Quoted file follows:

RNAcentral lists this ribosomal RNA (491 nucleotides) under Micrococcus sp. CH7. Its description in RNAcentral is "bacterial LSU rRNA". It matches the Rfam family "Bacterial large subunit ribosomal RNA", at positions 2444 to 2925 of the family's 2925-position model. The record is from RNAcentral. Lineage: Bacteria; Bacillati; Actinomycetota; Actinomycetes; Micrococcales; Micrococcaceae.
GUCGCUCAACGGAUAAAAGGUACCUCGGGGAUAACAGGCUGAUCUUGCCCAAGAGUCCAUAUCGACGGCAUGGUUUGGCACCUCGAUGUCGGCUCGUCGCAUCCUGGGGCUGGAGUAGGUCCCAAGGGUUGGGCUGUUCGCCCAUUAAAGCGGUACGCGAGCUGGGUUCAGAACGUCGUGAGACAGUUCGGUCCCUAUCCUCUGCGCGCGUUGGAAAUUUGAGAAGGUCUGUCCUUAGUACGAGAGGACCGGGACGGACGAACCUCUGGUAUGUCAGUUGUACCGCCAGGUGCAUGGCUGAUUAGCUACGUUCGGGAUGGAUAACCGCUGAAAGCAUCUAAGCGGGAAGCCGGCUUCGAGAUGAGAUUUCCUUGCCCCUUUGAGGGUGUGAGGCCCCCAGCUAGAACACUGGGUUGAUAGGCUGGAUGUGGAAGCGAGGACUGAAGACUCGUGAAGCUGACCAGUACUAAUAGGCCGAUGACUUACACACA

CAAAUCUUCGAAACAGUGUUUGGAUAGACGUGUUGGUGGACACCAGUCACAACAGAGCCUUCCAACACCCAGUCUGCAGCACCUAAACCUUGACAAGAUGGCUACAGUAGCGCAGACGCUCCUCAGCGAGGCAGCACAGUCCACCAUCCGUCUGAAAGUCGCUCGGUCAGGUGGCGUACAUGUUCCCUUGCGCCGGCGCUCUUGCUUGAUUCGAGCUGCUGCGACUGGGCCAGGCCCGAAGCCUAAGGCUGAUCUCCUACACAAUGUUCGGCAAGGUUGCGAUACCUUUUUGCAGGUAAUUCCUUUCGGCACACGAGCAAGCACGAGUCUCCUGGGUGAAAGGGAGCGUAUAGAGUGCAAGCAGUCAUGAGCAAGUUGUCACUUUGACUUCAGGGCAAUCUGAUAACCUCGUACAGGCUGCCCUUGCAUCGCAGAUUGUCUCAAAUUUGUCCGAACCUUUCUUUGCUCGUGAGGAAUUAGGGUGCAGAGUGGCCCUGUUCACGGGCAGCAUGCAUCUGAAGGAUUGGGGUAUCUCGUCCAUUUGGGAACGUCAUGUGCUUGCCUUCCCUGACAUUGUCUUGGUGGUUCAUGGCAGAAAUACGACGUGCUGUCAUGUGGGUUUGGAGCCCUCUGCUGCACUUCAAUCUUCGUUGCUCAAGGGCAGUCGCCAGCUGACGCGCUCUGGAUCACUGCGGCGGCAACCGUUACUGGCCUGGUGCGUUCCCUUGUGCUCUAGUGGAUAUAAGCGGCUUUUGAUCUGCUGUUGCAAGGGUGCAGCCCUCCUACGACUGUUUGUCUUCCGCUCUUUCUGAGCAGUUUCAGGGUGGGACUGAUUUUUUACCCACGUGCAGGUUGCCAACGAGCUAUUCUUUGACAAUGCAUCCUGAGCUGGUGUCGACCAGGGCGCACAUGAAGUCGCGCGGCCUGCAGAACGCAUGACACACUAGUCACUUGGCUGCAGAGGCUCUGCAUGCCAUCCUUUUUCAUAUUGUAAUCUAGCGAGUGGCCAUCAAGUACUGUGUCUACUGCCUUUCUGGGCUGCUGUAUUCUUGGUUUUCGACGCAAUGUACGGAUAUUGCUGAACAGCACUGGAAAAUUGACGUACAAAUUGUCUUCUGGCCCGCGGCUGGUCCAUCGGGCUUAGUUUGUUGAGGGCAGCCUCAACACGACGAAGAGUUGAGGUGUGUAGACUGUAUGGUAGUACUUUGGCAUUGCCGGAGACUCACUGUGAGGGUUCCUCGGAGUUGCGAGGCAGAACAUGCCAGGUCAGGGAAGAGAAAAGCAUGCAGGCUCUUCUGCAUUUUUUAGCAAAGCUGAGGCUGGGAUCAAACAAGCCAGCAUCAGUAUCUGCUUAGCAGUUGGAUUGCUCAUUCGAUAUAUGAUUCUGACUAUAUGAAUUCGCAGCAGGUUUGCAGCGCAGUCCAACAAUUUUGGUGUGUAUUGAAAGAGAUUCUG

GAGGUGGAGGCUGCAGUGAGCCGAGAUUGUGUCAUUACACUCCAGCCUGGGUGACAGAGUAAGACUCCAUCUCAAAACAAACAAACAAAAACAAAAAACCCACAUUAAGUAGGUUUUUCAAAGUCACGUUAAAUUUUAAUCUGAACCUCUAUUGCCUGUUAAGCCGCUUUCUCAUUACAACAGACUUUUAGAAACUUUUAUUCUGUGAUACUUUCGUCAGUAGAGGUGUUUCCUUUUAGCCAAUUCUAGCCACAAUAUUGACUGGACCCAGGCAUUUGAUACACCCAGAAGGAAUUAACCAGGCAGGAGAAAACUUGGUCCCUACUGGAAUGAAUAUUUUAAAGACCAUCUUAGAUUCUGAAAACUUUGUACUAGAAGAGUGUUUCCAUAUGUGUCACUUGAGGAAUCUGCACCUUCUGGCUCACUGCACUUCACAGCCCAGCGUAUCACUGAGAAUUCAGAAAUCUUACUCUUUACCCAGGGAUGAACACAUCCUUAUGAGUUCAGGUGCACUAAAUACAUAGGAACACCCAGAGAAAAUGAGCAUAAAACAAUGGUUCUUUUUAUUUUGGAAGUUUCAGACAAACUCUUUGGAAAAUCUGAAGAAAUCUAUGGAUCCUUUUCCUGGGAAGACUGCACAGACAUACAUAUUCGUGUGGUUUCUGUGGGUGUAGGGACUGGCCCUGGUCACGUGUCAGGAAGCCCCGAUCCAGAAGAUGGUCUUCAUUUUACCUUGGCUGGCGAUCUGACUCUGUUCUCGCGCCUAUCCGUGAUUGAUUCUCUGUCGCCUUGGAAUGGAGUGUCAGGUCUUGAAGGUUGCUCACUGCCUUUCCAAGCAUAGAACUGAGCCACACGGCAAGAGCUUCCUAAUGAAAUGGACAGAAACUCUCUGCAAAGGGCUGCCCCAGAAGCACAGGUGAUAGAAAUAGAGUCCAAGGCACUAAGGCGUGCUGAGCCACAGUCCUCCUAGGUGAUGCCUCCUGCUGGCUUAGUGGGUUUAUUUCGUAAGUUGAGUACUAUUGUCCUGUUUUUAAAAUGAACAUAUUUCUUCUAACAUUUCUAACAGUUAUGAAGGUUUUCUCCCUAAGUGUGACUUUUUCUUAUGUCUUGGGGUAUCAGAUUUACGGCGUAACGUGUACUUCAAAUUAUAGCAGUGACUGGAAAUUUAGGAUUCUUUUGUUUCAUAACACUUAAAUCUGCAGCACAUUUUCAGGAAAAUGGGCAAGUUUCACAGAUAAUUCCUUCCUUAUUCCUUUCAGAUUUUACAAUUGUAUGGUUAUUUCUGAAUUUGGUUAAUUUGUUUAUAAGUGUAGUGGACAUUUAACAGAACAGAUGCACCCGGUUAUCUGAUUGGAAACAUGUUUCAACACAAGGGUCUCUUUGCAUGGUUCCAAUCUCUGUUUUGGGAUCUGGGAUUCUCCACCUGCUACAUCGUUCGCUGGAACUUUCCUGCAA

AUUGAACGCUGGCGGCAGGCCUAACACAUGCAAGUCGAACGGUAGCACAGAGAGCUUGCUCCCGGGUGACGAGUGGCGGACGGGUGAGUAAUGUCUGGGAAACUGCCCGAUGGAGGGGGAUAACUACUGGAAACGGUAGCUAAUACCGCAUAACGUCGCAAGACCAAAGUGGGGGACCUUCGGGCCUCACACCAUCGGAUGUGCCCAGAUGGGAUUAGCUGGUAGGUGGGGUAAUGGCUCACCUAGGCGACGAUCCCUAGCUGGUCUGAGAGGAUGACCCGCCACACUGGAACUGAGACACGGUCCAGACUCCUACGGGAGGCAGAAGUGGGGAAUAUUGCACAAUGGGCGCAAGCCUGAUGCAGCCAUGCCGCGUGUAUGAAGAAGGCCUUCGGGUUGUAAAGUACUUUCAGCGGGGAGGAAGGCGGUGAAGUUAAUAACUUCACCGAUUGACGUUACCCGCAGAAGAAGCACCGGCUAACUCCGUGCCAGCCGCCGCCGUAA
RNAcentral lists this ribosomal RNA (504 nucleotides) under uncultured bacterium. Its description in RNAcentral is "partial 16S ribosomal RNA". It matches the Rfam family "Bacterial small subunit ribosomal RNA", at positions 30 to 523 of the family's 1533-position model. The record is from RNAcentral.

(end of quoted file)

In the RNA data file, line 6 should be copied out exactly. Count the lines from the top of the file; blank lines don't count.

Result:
RNAcentral lists this ribosomal RNA (504 nucleotides) under uncultured bacterium. Its description in RNAcentral is "partial 16S ribosomal RNA". It matches the Rfam family "Bacterial small subunit ribosomal RNA", at positions 30 to 523 of the family's 1533-position model. The record is from RNAcentral.